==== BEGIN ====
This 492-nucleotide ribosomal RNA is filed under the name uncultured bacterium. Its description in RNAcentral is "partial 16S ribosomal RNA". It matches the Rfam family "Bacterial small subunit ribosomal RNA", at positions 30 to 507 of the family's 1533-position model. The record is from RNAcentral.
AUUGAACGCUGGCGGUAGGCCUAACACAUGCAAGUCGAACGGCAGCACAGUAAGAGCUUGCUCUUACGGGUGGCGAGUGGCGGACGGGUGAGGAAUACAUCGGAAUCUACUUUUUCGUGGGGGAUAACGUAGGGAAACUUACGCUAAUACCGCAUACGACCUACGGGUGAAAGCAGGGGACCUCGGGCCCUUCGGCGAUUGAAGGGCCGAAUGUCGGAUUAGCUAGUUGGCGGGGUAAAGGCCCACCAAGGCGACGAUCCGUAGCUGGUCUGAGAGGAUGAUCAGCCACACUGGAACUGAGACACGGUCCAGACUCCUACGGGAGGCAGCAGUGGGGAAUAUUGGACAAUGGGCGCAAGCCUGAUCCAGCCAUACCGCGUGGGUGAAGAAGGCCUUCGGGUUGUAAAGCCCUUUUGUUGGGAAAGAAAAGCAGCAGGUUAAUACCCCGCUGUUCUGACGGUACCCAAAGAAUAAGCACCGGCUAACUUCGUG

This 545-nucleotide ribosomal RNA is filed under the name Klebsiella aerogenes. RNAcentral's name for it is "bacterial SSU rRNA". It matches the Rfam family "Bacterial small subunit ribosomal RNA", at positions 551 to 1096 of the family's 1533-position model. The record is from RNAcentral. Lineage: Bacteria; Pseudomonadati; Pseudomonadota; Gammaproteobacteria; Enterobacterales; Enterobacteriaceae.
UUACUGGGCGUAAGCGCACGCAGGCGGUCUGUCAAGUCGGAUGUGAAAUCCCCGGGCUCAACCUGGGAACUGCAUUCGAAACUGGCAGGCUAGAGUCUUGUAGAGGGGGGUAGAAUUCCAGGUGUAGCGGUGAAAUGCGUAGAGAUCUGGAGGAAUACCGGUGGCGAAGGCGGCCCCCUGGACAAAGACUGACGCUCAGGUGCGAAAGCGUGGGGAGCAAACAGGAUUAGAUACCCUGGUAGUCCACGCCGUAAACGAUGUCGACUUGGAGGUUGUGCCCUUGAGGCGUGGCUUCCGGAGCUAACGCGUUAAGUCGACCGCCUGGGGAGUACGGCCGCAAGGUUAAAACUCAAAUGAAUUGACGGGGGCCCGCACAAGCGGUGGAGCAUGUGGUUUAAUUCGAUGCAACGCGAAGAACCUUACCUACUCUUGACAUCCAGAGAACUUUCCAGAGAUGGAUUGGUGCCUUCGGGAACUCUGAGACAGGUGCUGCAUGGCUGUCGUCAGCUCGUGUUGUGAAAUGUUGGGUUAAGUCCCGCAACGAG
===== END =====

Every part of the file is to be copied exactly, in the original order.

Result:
This 492-nucleotide ribosomal RNA is filed under the name uncultured bacterium. Its description in RNAcentral is "partial 16S ribosomal RNA". It matches the Rfam family "Bacterial small subunit ribosomal RNA", at positions 30 to 507 of the family's 1533-position model. The record is from RNAcentral.
AUUGAACGCUGGCGGUAGGCCUAACACAUGCAAGUCGAACGGCAGCACAGUAAGAGCUUGCUCUUACGGGUGGCGAGUGGCGGACGGGUGAGGAAUACAUCGGAAUCUACUUUUUCGUGGGGGAUAACGUAGGGAAACUUACGCUAAUACCGCAUACGACCUACGGGUGAAAGCAGGGGACCUCGGGCCCUUCGGCGAUUGAAGGGCCGAAUGUCGGAUUAGCUAGUUGGCGGGGUAAAGGCCCACCAAGGCGACGAUCCGUAGCUGGUCUGAGAGGAUGAUCAGCCACACUGGAACUGAGACACGGUCCAGACUCCUACGGGAGGCAGCAGUGGGGAAUAUUGGACAAUGGGCGCAAGCCUGAUCCAGCCAUACCGCGUGGGUGAAGAAGGCCUUCGGGUUGUAAAGCCCUUUUGUUGGGAAAGAAAAGCAGCAGGUUAAUACCCCGCUGUUCUGACGGUACCCAAAGAAUAAGCACCGGCUAACUUCGUG

This 545-nucleotide ribosomal RNA is filed under the name Klebsiella aerogenes. RNAcentral's name for it is "bacterial SSU rRNA". It matches the Rfam family "Bacterial small subunit ribosomal RNA", at positions 551 to 1096 of the family's 1533-position model. The record is from RNAcentral. Lineage: Bacteria; Pseudomonadati; Pseudomonadota; Gammaproteobacteria; Enterobacterales; Enterobacteriaceae.
UUACUGGGCGUAAGCGCACGCAGGCGGUCUGUCAAGUCGGAUGUGAAAUCCCCGGGCUCAACCUGGGAACUGCAUUCGAAACUGGCAGGCUAGAGUCUUGUAGAGGGGGGUAGAAUUCCAGGUGUAGCGGUGAAAUGCGUAGAGAUCUGGAGGAAUACCGGUGGCGAAGGCGGCCCCCUGGACAAAGACUGACGCUCAGGUGCGAAAGCGUGGGGAGCAAACAGGAUUAGAUACCCUGGUAGUCCACGCCGUAAACGAUGUCGACUUGGAGGUUGUGCCCUUGAGGCGUGGCUUCCGGAGCUAACGCGUUAAGUCGACCGCCUGGGGAGUACGGCCGCAAGGUUAAAACUCAAAUGAAUUGACGGGGGCCCGCACAAGCGGUGGAGCAUGUGGUUUAAUUCGAUGCAACGCGAAGAACCUUACCUACUCUUGACAUCCAGAGAACUUUCCAGAGAUGGAUUGGUGCCUUCGGGAACUCUGAGACAGGUGCUGCAUGGCUGUCGUCAGCUCGUGUUGUGAAAUGUUGGGUUAAGUCCCGCAACGAG